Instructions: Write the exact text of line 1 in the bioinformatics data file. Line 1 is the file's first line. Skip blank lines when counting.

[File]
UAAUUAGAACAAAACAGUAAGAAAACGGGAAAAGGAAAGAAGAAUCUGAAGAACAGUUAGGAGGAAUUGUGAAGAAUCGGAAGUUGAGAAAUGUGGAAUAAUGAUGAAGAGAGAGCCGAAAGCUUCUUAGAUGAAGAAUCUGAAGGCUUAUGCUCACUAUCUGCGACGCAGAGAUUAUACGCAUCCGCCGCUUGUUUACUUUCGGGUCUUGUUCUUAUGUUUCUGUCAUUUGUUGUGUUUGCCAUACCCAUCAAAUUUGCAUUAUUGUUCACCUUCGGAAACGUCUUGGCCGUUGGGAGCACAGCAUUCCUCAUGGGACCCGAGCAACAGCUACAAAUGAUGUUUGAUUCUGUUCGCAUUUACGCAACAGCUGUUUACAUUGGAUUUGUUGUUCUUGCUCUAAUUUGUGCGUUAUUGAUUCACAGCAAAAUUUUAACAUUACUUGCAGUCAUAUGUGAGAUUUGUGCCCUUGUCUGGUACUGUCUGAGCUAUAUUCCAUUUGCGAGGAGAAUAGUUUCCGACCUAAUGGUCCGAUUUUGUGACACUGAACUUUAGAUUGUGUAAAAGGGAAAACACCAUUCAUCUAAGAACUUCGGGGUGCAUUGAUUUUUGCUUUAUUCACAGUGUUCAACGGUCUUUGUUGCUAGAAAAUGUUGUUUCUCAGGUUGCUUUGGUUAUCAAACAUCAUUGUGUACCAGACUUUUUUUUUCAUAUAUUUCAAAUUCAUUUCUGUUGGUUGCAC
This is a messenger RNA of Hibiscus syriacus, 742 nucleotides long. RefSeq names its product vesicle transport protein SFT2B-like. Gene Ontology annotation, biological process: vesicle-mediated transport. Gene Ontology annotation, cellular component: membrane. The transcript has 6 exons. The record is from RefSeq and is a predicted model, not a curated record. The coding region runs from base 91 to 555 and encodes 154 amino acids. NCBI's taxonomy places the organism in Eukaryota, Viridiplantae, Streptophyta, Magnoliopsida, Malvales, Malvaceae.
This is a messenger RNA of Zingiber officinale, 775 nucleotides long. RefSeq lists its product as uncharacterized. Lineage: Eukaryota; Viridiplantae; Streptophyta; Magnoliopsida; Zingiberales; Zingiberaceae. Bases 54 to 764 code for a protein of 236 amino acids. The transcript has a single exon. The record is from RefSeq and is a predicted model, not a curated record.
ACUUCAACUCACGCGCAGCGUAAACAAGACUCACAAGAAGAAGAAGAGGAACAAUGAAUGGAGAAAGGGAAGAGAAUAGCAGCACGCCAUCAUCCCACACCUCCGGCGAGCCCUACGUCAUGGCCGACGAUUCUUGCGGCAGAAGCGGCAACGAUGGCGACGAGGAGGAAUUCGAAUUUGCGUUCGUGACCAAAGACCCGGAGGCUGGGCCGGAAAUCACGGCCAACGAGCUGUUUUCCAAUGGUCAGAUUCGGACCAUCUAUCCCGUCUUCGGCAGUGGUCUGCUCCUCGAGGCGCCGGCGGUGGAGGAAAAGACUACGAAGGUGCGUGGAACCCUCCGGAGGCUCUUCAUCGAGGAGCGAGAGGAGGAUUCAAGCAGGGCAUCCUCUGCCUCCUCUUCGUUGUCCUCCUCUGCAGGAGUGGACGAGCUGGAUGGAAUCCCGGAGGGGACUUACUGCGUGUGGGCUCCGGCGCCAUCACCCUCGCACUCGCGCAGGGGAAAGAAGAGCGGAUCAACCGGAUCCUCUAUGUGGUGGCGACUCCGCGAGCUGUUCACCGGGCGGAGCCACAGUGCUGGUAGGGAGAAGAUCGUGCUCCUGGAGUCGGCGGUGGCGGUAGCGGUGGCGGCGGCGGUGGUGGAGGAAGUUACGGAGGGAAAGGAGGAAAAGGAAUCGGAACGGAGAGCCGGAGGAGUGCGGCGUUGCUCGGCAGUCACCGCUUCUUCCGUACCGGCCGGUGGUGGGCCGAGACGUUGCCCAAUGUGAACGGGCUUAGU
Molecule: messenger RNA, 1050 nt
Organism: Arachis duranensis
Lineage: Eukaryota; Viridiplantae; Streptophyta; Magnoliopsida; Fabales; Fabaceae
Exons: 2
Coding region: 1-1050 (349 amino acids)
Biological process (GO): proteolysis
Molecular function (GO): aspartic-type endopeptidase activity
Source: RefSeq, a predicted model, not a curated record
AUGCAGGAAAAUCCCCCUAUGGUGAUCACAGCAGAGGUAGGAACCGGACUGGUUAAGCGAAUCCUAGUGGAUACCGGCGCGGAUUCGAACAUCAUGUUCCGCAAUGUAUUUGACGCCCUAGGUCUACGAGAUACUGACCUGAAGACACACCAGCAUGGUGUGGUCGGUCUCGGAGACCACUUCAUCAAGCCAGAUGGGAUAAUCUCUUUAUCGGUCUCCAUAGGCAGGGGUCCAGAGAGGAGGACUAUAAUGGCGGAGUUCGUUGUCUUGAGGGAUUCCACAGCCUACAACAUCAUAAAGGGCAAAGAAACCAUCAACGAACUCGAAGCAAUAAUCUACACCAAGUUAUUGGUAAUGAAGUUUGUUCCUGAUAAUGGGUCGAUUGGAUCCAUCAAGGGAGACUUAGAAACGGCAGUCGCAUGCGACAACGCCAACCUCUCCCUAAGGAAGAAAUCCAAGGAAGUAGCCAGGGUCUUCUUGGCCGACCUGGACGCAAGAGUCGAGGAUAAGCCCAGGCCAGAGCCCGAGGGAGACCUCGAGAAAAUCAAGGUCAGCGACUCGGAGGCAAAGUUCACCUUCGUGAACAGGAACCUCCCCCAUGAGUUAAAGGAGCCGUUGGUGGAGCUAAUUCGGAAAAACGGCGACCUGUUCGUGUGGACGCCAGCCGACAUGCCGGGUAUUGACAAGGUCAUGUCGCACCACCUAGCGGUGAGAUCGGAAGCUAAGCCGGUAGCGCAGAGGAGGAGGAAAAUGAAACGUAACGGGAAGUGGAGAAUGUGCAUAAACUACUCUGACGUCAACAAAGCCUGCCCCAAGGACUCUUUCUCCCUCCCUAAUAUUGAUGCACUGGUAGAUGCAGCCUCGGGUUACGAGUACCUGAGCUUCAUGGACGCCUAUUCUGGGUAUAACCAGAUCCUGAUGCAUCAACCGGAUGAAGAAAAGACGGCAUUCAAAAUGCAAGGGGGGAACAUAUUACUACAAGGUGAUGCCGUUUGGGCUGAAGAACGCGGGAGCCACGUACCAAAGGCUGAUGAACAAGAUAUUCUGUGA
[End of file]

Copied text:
UAAUUAGAACAAAACAGUAAGAAAACGGGAAAAGGAAAGAAGAAUCUGAAGAACAGUUAGGAGGAAUUGUGAAGAAUCGGAAGUUGAGAAAUGUGGAAUAAUGAUGAAGAGAGAGCCGAAAGCUUCUUAGAUGAAGAAUCUGAAGGCUUAUGCUCACUAUCUGCGACGCAGAGAUUAUACGCAUCCGCCGCUUGUUUACUUUCGGGUCUUGUUCUUAUGUUUCUGUCAUUUGUUGUGUUUGCCAUACCCAUCAAAUUUGCAUUAUUGUUCACCUUCGGAAACGUCUUGGCCGUUGGGAGCACAGCAUUCCUCAUGGGACCCGAGCAACAGCUACAAAUGAUGUUUGAUUCUGUUCGCAUUUACGCAACAGCUGUUUACAUUGGAUUUGUUGUUCUUGCUCUAAUUUGUGCGUUAUUGAUUCACAGCAAAAUUUUAACAUUACUUGCAGUCAUAUGUGAGAUUUGUGCCCUUGUCUGGUACUGUCUGAGCUAUAUUCCAUUUGCGAGGAGAAUAGUUUCCGACCUAAUGGUCCGAUUUUGUGACACUGAACUUUAGAUUGUGUAAAAGGGAAAACACCAUUCAUCUAAGAACUUCGGGGUGCAUUGAUUUUUGCUUUAUUCACAGUGUUCAACGGUCUUUGUUGCUAGAAAAUGUUGUUUCUCAGGUUGCUUUGGUUAUCAAACAUCAUUGUGUACCAGACUUUUUUUUUCAUAUAUUUCAAAUUCAUUUCUGUUGGUUGCAC